LONDON, Nov. 23 (Xinhua) -- The United Kingdom (UK) Supreme Court ruled on Wednesday that Scotland does not have the power to hold a new referendum on independence without the approval of the UK parliament.
"The Scottish Parliament does not have the power to legislate for a referendum on Scottish independence," said Robert Reed, president of the UK Supreme Court.
A referendum held in 2014 saw voters reject Scotland's independence, but Scottish nationalists argued that the subsequent Brexit, which a majority of Scottish voters opposed, changed the game on Scottish independence.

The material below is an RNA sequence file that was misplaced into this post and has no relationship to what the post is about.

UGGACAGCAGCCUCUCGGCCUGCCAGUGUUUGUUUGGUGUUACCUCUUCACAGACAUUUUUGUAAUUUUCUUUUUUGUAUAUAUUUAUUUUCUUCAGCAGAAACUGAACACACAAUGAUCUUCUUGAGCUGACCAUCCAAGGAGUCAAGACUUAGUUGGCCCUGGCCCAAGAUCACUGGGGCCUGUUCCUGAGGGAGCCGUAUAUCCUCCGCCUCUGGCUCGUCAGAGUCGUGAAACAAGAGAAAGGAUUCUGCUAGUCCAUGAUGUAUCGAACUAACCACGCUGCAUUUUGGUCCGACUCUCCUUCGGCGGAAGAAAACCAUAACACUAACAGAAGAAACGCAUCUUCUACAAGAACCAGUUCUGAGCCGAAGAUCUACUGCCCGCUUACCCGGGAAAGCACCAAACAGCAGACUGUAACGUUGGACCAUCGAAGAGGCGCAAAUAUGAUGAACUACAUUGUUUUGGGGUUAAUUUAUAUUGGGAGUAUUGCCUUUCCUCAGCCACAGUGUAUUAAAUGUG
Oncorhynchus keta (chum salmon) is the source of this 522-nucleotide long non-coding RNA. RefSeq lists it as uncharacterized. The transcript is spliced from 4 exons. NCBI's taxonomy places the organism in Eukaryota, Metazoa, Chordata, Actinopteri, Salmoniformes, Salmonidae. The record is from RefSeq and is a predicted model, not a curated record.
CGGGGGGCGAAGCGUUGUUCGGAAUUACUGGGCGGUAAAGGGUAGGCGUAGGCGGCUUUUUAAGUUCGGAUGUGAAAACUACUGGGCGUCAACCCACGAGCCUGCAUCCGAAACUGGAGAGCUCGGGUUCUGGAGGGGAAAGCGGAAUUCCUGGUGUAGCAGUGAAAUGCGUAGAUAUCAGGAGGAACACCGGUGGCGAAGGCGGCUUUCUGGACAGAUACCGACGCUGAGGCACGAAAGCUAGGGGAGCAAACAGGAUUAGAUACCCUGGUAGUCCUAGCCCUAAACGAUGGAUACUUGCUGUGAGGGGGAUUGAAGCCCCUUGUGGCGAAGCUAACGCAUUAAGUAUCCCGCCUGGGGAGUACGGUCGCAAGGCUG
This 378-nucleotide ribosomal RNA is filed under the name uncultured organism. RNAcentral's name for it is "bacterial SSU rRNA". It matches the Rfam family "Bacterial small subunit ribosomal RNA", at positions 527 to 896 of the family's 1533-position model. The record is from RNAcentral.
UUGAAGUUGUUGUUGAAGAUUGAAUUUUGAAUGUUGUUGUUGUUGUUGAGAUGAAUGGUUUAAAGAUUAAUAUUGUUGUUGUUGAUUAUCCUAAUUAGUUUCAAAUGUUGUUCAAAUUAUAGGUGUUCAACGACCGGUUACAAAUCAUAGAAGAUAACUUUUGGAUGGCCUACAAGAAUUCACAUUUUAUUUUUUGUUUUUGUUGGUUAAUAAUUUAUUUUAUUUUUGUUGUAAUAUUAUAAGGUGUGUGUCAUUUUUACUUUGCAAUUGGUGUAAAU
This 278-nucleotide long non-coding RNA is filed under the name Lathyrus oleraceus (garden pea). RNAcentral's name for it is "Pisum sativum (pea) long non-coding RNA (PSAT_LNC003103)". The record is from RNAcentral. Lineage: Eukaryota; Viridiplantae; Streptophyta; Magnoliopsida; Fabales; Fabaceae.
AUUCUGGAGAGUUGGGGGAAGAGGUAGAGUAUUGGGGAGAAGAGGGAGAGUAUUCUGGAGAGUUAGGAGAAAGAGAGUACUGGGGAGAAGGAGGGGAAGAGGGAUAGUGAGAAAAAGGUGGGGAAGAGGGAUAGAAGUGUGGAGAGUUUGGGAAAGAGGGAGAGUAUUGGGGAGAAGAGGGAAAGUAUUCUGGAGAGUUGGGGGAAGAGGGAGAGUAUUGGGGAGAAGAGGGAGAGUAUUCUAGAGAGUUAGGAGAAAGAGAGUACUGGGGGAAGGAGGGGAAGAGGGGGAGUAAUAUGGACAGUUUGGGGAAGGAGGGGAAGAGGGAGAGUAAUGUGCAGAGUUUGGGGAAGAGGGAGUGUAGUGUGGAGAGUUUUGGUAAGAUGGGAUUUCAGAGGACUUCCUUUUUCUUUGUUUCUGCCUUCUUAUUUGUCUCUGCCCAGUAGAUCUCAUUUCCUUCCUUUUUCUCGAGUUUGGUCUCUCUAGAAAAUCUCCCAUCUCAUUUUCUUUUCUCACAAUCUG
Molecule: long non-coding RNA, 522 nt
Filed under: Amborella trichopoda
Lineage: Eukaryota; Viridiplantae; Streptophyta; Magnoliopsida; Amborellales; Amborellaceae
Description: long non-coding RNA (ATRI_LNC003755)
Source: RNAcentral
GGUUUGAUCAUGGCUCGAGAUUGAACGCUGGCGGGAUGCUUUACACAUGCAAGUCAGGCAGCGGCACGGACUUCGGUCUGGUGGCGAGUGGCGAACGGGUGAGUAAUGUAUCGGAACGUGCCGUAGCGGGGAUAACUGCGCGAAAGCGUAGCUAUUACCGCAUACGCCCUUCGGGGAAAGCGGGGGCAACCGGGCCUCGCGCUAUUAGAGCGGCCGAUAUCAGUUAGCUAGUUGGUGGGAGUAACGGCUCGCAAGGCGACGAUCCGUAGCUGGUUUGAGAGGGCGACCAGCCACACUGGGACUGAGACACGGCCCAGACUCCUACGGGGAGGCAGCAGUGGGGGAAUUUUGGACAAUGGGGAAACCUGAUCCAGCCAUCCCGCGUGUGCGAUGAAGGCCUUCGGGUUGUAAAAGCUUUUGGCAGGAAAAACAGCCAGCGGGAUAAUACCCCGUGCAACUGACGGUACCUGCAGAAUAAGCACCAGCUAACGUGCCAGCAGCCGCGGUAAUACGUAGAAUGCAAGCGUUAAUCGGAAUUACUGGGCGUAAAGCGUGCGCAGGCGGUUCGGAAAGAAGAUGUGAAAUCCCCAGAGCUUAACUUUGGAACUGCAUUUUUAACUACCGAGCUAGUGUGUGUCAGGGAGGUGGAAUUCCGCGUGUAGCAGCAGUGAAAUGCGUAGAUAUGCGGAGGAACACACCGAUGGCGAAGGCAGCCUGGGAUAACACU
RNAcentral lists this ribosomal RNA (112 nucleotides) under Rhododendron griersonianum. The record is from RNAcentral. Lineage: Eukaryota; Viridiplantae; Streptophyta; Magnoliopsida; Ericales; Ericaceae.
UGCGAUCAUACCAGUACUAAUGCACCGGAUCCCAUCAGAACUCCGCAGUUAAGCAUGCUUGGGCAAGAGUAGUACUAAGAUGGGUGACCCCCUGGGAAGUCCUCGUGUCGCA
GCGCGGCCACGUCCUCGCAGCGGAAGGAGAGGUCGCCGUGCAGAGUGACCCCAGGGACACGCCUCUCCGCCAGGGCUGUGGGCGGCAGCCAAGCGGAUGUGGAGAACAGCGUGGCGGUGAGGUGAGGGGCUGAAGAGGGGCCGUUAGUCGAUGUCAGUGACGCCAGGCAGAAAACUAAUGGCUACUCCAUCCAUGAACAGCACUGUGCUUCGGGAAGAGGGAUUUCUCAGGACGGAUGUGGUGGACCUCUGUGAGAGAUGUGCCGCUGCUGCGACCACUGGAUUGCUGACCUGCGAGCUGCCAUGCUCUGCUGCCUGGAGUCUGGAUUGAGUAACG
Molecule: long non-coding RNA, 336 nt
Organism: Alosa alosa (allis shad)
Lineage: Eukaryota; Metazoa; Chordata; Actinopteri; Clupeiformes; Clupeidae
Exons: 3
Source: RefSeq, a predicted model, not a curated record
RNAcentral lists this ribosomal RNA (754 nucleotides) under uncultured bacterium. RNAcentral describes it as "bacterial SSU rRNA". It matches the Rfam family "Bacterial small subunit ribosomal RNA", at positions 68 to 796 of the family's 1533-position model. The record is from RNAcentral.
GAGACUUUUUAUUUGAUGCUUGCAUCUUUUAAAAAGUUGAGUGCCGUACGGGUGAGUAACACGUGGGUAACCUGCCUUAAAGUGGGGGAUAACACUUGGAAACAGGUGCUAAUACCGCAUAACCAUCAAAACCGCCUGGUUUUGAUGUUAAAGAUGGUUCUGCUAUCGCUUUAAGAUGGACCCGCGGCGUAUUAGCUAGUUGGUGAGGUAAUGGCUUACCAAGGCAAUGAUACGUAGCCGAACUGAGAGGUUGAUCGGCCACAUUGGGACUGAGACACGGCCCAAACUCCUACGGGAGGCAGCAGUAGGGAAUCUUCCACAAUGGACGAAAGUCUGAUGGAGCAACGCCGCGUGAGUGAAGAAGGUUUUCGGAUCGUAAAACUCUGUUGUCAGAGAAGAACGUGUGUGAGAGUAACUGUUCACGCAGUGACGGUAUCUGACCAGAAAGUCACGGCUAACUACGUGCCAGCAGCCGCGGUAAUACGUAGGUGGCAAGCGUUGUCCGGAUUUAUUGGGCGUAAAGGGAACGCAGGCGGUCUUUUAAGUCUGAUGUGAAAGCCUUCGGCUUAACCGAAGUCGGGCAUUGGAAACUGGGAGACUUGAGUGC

Since parties that advocate Scotland's independence became the majority in the Scottish parliament in 2021, the Scottish government has doubled down on the independence bid. It announced earlier this year that it wanted to call a referendum in October next year.
Scotland's First Minister Nicola Sturgeon said she was disappointed by the ruling and that it makes case for independence.
"While disappointed by it I respect ruling of UKSupremeCourt -- it doesn't make law, only interprets it," Sturgeon tweeted.
"A law that doesn't allow Scotland to choose our own future without Westminster consent exposes as myth any notion of the UK as a voluntary partnership & makes case for Indy," she added.